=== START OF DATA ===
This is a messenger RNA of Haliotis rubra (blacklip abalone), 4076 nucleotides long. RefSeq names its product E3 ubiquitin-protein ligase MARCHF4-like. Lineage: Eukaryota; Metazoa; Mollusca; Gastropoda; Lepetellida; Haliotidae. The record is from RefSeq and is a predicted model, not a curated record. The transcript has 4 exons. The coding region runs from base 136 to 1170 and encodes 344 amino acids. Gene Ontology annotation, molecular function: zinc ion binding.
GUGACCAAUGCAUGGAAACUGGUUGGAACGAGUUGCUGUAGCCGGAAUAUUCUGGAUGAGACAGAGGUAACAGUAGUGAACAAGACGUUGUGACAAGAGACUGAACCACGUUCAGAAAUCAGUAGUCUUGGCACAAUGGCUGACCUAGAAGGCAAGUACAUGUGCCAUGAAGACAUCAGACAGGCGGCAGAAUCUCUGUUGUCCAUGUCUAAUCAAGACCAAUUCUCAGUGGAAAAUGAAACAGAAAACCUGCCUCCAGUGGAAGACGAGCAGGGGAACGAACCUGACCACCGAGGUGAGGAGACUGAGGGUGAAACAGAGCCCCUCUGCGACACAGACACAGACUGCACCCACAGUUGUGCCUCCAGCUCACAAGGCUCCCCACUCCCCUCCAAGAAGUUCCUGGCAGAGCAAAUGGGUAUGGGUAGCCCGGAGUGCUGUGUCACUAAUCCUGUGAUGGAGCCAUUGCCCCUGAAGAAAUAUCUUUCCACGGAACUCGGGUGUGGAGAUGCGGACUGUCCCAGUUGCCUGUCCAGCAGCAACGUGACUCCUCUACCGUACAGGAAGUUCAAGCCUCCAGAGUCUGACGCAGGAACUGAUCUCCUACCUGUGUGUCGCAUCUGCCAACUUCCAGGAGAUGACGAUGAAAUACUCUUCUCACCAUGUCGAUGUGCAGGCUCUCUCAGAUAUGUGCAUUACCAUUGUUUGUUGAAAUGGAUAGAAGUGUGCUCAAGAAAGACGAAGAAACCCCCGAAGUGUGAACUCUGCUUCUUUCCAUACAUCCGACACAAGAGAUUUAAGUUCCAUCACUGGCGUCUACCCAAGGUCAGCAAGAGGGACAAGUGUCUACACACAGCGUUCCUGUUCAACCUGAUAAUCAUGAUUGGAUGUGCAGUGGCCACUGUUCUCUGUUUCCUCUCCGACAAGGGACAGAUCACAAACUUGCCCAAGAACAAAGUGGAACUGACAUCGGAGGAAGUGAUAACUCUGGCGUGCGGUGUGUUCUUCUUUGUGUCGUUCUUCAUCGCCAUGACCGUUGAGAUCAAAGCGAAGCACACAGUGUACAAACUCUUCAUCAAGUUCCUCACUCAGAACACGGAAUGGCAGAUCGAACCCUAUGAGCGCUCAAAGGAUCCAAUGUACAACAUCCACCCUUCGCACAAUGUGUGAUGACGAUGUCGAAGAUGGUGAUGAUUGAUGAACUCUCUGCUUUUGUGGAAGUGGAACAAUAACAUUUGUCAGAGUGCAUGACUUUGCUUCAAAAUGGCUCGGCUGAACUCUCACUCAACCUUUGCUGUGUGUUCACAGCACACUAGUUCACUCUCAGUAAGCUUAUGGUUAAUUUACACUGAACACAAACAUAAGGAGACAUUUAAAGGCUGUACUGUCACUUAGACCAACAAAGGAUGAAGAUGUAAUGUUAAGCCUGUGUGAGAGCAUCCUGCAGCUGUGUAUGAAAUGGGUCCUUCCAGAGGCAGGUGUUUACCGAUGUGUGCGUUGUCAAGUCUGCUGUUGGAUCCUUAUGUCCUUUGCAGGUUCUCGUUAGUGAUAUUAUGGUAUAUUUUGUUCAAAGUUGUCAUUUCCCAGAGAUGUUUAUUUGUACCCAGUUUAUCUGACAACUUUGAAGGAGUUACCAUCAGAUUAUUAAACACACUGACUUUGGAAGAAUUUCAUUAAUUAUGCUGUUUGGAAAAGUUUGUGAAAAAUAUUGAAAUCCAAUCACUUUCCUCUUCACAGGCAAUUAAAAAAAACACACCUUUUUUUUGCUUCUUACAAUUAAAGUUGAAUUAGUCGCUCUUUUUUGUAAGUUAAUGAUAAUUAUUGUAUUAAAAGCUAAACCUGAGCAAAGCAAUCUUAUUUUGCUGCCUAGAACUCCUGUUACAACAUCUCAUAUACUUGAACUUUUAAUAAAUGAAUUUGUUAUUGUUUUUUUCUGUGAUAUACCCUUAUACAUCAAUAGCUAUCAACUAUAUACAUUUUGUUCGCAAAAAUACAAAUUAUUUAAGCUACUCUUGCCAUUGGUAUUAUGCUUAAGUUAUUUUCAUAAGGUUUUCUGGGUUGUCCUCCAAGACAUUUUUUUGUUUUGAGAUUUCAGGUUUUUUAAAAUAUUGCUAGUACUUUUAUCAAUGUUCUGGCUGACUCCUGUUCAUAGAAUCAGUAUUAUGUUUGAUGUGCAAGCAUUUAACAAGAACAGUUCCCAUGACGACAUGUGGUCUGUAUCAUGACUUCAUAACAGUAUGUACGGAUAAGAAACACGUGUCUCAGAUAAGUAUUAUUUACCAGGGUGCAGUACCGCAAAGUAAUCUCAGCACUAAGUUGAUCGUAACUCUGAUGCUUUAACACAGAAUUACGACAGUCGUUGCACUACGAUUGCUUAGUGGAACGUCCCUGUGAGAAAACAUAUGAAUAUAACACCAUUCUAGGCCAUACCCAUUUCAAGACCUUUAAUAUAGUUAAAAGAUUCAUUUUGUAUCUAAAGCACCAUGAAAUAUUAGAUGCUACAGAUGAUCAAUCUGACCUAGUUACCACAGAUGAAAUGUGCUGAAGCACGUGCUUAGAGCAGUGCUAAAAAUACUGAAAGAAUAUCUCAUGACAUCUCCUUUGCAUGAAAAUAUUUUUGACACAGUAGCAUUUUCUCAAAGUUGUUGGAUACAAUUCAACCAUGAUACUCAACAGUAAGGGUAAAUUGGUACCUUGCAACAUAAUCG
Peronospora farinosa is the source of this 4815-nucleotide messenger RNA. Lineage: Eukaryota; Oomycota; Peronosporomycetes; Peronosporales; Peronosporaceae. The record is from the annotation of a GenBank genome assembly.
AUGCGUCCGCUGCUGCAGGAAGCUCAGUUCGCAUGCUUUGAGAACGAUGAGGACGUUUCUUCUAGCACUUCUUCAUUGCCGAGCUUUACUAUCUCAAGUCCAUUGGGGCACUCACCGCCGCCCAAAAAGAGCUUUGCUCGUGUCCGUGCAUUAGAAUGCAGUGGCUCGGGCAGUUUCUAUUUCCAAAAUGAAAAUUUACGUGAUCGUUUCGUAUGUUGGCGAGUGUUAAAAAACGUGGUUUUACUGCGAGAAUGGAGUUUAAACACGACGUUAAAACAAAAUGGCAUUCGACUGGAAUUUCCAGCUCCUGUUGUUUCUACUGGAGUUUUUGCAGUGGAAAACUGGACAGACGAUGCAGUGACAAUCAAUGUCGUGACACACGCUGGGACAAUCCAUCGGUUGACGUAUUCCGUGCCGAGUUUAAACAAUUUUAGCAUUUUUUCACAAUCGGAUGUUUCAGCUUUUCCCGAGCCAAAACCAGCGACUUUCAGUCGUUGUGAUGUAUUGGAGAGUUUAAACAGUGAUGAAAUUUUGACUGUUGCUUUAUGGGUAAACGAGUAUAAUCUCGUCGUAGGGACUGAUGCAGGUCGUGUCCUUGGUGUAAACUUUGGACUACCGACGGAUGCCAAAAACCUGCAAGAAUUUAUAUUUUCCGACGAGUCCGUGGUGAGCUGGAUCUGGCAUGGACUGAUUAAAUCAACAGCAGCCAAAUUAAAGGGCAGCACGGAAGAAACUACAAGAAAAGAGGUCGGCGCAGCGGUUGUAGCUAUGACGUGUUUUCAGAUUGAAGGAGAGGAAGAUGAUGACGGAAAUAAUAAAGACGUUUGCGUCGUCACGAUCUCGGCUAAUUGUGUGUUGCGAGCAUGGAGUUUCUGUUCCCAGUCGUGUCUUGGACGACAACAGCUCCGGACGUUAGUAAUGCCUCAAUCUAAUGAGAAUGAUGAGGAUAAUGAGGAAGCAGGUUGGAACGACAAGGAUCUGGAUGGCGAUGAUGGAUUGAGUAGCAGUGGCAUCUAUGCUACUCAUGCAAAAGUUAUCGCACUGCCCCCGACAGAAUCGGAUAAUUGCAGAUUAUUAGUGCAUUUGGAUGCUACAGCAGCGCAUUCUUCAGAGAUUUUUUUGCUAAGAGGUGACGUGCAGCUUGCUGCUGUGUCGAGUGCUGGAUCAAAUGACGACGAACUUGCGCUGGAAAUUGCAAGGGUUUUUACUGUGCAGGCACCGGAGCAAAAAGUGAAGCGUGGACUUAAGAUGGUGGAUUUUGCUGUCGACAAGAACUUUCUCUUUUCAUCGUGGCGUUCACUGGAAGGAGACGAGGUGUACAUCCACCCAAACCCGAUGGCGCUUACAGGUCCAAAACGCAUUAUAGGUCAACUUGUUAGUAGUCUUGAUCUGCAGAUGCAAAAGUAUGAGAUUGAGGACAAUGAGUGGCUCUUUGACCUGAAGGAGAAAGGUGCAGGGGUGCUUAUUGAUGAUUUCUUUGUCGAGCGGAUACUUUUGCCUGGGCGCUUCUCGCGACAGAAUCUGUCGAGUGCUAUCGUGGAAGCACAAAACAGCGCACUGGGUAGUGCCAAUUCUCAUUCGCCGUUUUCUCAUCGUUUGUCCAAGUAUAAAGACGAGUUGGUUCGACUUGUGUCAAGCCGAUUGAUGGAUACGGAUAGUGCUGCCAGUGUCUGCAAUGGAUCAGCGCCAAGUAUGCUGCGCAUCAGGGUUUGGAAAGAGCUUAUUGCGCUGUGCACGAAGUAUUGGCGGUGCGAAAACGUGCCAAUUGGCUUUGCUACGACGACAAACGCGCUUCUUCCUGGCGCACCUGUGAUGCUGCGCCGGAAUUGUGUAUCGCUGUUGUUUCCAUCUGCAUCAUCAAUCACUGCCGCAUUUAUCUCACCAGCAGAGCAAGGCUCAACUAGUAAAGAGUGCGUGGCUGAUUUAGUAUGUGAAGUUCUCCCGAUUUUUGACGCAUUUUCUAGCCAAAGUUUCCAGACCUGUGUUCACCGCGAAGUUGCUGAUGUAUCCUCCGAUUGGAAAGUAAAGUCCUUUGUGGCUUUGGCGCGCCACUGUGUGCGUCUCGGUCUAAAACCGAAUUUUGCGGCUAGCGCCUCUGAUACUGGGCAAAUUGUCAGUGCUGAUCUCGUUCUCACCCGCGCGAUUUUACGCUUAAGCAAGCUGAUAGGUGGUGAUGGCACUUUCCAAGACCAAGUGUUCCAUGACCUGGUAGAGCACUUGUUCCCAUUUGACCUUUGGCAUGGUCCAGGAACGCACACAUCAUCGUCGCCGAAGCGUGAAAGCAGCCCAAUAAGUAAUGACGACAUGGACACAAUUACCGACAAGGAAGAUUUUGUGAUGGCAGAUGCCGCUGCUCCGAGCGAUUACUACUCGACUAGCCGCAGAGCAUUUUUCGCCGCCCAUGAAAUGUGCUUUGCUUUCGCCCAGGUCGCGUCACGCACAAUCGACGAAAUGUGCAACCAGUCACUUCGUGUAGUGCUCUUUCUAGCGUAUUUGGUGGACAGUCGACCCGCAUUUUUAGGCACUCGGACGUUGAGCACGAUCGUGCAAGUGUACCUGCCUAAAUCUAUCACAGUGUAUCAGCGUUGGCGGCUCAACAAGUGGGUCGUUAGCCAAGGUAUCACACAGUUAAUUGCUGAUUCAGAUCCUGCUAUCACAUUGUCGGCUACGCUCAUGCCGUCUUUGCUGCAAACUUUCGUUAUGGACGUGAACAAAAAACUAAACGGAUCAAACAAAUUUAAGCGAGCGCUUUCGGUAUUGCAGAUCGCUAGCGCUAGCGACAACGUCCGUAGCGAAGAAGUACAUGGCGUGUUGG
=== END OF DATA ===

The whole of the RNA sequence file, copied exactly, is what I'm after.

This is a messenger RNA of Haliotis rubra (blacklip abalone), 4076 nucleotides long. RefSeq names its product E3 ubiquitin-protein ligase MARCHF4-like. Lineage: Eukaryota; Metazoa; Mollusca; Gastropoda; Lepetellida; Haliotidae. The record is from RefSeq and is a predicted model, not a curated record. The transcript has 4 exons. The coding region runs from base 136 to 1170 and encodes 344 amino acids. Gene Ontology annotation, molecular function: zinc ion binding.
GUGACCAAUGCAUGGAAACUGGUUGGAACGAGUUGCUGUAGCCGGAAUAUUCUGGAUGAGACAGAGGUAACAGUAGUGAACAAGACGUUGUGACAAGAGACUGAACCACGUUCAGAAAUCAGUAGUCUUGGCACAAUGGCUGACCUAGAAGGCAAGUACAUGUGCCAUGAAGACAUCAGACAGGCGGCAGAAUCUCUGUUGUCCAUGUCUAAUCAAGACCAAUUCUCAGUGGAAAAUGAAACAGAAAACCUGCCUCCAGUGGAAGACGAGCAGGGGAACGAACCUGACCACCGAGGUGAGGAGACUGAGGGUGAAACAGAGCCCCUCUGCGACACAGACACAGACUGCACCCACAGUUGUGCCUCCAGCUCACAAGGCUCCCCACUCCCCUCCAAGAAGUUCCUGGCAGAGCAAAUGGGUAUGGGUAGCCCGGAGUGCUGUGUCACUAAUCCUGUGAUGGAGCCAUUGCCCCUGAAGAAAUAUCUUUCCACGGAACUCGGGUGUGGAGAUGCGGACUGUCCCAGUUGCCUGUCCAGCAGCAACGUGACUCCUCUACCGUACAGGAAGUUCAAGCCUCCAGAGUCUGACGCAGGAACUGAUCUCCUACCUGUGUGUCGCAUCUGCCAACUUCCAGGAGAUGACGAUGAAAUACUCUUCUCACCAUGUCGAUGUGCAGGCUCUCUCAGAUAUGUGCAUUACCAUUGUUUGUUGAAAUGGAUAGAAGUGUGCUCAAGAAAGACGAAGAAACCCCCGAAGUGUGAACUCUGCUUCUUUCCAUACAUCCGACACAAGAGAUUUAAGUUCCAUCACUGGCGUCUACCCAAGGUCAGCAAGAGGGACAAGUGUCUACACACAGCGUUCCUGUUCAACCUGAUAAUCAUGAUUGGAUGUGCAGUGGCCACUGUUCUCUGUUUCCUCUCCGACAAGGGACAGAUCACAAACUUGCCCAAGAACAAAGUGGAACUGACAUCGGAGGAAGUGAUAACUCUGGCGUGCGGUGUGUUCUUCUUUGUGUCGUUCUUCAUCGCCAUGACCGUUGAGAUCAAAGCGAAGCACACAGUGUACAAACUCUUCAUCAAGUUCCUCACUCAGAACACGGAAUGGCAGAUCGAACCCUAUGAGCGCUCAAAGGAUCCAAUGUACAACAUCCACCCUUCGCACAAUGUGUGAUGACGAUGUCGAAGAUGGUGAUGAUUGAUGAACUCUCUGCUUUUGUGGAAGUGGAACAAUAACAUUUGUCAGAGUGCAUGACUUUGCUUCAAAAUGGCUCGGCUGAACUCUCACUCAACCUUUGCUGUGUGUUCACAGCACACUAGUUCACUCUCAGUAAGCUUAUGGUUAAUUUACACUGAACACAAACAUAAGGAGACAUUUAAAGGCUGUACUGUCACUUAGACCAACAAAGGAUGAAGAUGUAAUGUUAAGCCUGUGUGAGAGCAUCCUGCAGCUGUGUAUGAAAUGGGUCCUUCCAGAGGCAGGUGUUUACCGAUGUGUGCGUUGUCAAGUCUGCUGUUGGAUCCUUAUGUCCUUUGCAGGUUCUCGUUAGUGAUAUUAUGGUAUAUUUUGUUCAAAGUUGUCAUUUCCCAGAGAUGUUUAUUUGUACCCAGUUUAUCUGACAACUUUGAAGGAGUUACCAUCAGAUUAUUAAACACACUGACUUUGGAAGAAUUUCAUUAAUUAUGCUGUUUGGAAAAGUUUGUGAAAAAUAUUGAAAUCCAAUCACUUUCCUCUUCACAGGCAAUUAAAAAAAACACACCUUUUUUUUGCUUCUUACAAUUAAAGUUGAAUUAGUCGCUCUUUUUUGUAAGUUAAUGAUAAUUAUUGUAUUAAAAGCUAAACCUGAGCAAAGCAAUCUUAUUUUGCUGCCUAGAACUCCUGUUACAACAUCUCAUAUACUUGAACUUUUAAUAAAUGAAUUUGUUAUUGUUUUUUUCUGUGAUAUACCCUUAUACAUCAAUAGCUAUCAACUAUAUACAUUUUGUUCGCAAAAAUACAAAUUAUUUAAGCUACUCUUGCCAUUGGUAUUAUGCUUAAGUUAUUUUCAUAAGGUUUUCUGGGUUGUCCUCCAAGACAUUUUUUUGUUUUGAGAUUUCAGGUUUUUUAAAAUAUUGCUAGUACUUUUAUCAAUGUUCUGGCUGACUCCUGUUCAUAGAAUCAGUAUUAUGUUUGAUGUGCAAGCAUUUAACAAGAACAGUUCCCAUGACGACAUGUGGUCUGUAUCAUGACUUCAUAACAGUAUGUACGGAUAAGAAACACGUGUCUCAGAUAAGUAUUAUUUACCAGGGUGCAGUACCGCAAAGUAAUCUCAGCACUAAGUUGAUCGUAACUCUGAUGCUUUAACACAGAAUUACGACAGUCGUUGCACUACGAUUGCUUAGUGGAACGUCCCUGUGAGAAAACAUAUGAAUAUAACACCAUUCUAGGCCAUACCCAUUUCAAGACCUUUAAUAUAGUUAAAAGAUUCAUUUUGUAUCUAAAGCACCAUGAAAUAUUAGAUGCUACAGAUGAUCAAUCUGACCUAGUUACCACAGAUGAAAUGUGCUGAAGCACGUGCUUAGAGCAGUGCUAAAAAUACUGAAAGAAUAUCUCAUGACAUCUCCUUUGCAUGAAAAUAUUUUUGACACAGUAGCAUUUUCUCAAAGUUGUUGGAUACAAUUCAACCAUGAUACUCAACAGUAAGGGUAAAUUGGUACCUUGCAACAUAAUCG
Peronospora farinosa is the source of this 4815-nucleotide messenger RNA. Lineage: Eukaryota; Oomycota; Peronosporomycetes; Peronosporales; Peronosporaceae. The record is from the annotation of a GenBank genome assembly.
AUGCGUCCGCUGCUGCAGGAAGCUCAGUUCGCAUGCUUUGAGAACGAUGAGGACGUUUCUUCUAGCACUUCUUCAUUGCCGAGCUUUACUAUCUCAAGUCCAUUGGGGCACUCACCGCCGCCCAAAAAGAGCUUUGCUCGUGUCCGUGCAUUAGAAUGCAGUGGCUCGGGCAGUUUCUAUUUCCAAAAUGAAAAUUUACGUGAUCGUUUCGUAUGUUGGCGAGUGUUAAAAAACGUGGUUUUACUGCGAGAAUGGAGUUUAAACACGACGUUAAAACAAAAUGGCAUUCGACUGGAAUUUCCAGCUCCUGUUGUUUCUACUGGAGUUUUUGCAGUGGAAAACUGGACAGACGAUGCAGUGACAAUCAAUGUCGUGACACACGCUGGGACAAUCCAUCGGUUGACGUAUUCCGUGCCGAGUUUAAACAAUUUUAGCAUUUUUUCACAAUCGGAUGUUUCAGCUUUUCCCGAGCCAAAACCAGCGACUUUCAGUCGUUGUGAUGUAUUGGAGAGUUUAAACAGUGAUGAAAUUUUGACUGUUGCUUUAUGGGUAAACGAGUAUAAUCUCGUCGUAGGGACUGAUGCAGGUCGUGUCCUUGGUGUAAACUUUGGACUACCGACGGAUGCCAAAAACCUGCAAGAAUUUAUAUUUUCCGACGAGUCCGUGGUGAGCUGGAUCUGGCAUGGACUGAUUAAAUCAACAGCAGCCAAAUUAAAGGGCAGCACGGAAGAAACUACAAGAAAAGAGGUCGGCGCAGCGGUUGUAGCUAUGACGUGUUUUCAGAUUGAAGGAGAGGAAGAUGAUGACGGAAAUAAUAAAGACGUUUGCGUCGUCACGAUCUCGGCUAAUUGUGUGUUGCGAGCAUGGAGUUUCUGUUCCCAGUCGUGUCUUGGACGACAACAGCUCCGGACGUUAGUAAUGCCUCAAUCUAAUGAGAAUGAUGAGGAUAAUGAGGAAGCAGGUUGGAACGACAAGGAUCUGGAUGGCGAUGAUGGAUUGAGUAGCAGUGGCAUCUAUGCUACUCAUGCAAAAGUUAUCGCACUGCCCCCGACAGAAUCGGAUAAUUGCAGAUUAUUAGUGCAUUUGGAUGCUACAGCAGCGCAUUCUUCAGAGAUUUUUUUGCUAAGAGGUGACGUGCAGCUUGCUGCUGUGUCGAGUGCUGGAUCAAAUGACGACGAACUUGCGCUGGAAAUUGCAAGGGUUUUUACUGUGCAGGCACCGGAGCAAAAAGUGAAGCGUGGACUUAAGAUGGUGGAUUUUGCUGUCGACAAGAACUUUCUCUUUUCAUCGUGGCGUUCACUGGAAGGAGACGAGGUGUACAUCCACCCAAACCCGAUGGCGCUUACAGGUCCAAAACGCAUUAUAGGUCAACUUGUUAGUAGUCUUGAUCUGCAGAUGCAAAAGUAUGAGAUUGAGGACAAUGAGUGGCUCUUUGACCUGAAGGAGAAAGGUGCAGGGGUGCUUAUUGAUGAUUUCUUUGUCGAGCGGAUACUUUUGCCUGGGCGCUUCUCGCGACAGAAUCUGUCGAGUGCUAUCGUGGAAGCACAAAACAGCGCACUGGGUAGUGCCAAUUCUCAUUCGCCGUUUUCUCAUCGUUUGUCCAAGUAUAAAGACGAGUUGGUUCGACUUGUGUCAAGCCGAUUGAUGGAUACGGAUAGUGCUGCCAGUGUCUGCAAUGGAUCAGCGCCAAGUAUGCUGCGCAUCAGGGUUUGGAAAGAGCUUAUUGCGCUGUGCACGAAGUAUUGGCGGUGCGAAAACGUGCCAAUUGGCUUUGCUACGACGACAAACGCGCUUCUUCCUGGCGCACCUGUGAUGCUGCGCCGGAAUUGUGUAUCGCUGUUGUUUCCAUCUGCAUCAUCAAUCACUGCCGCAUUUAUCUCACCAGCAGAGCAAGGCUCAACUAGUAAAGAGUGCGUGGCUGAUUUAGUAUGUGAAGUUCUCCCGAUUUUUGACGCAUUUUCUAGCCAAAGUUUCCAGACCUGUGUUCACCGCGAAGUUGCUGAUGUAUCCUCCGAUUGGAAAGUAAAGUCCUUUGUGGCUUUGGCGCGCCACUGUGUGCGUCUCGGUCUAAAACCGAAUUUUGCGGCUAGCGCCUCUGAUACUGGGCAAAUUGUCAGUGCUGAUCUCGUUCUCACCCGCGCGAUUUUACGCUUAAGCAAGCUGAUAGGUGGUGAUGGCACUUUCCAAGACCAAGUGUUCCAUGACCUGGUAGAGCACUUGUUCCCAUUUGACCUUUGGCAUGGUCCAGGAACGCACACAUCAUCGUCGCCGAAGCGUGAAAGCAGCCCAAUAAGUAAUGACGACAUGGACACAAUUACCGACAAGGAAGAUUUUGUGAUGGCAGAUGCCGCUGCUCCGAGCGAUUACUACUCGACUAGCCGCAGAGCAUUUUUCGCCGCCCAUGAAAUGUGCUUUGCUUUCGCCCAGGUCGCGUCACGCACAAUCGACGAAAUGUGCAACCAGUCACUUCGUGUAGUGCUCUUUCUAGCGUAUUUGGUGGACAGUCGACCCGCAUUUUUAGGCACUCGGACGUUGAGCACGAUCGUGCAAGUGUACCUGCCUAAAUCUAUCACAGUGUAUCAGCGUUGGCGGCUCAACAAGUGGGUCGUUAGCCAAGGUAUCACACAGUUAAUUGCUGAUUCAGAUCCUGCUAUCACAUUGUCGGCUACGCUCAUGCCGUCUUUGCUGCAAACUUUCGUUAUGGACGUGAACAAAAAACUAAACGGAUCAAACAAAUUUAAGCGAGCGCUUUCGGUAUUGCAGAUCGCUAGCGCUAGCGACAACGUCCGUAGCGAAGAAGUACAUGGCGUGUUGG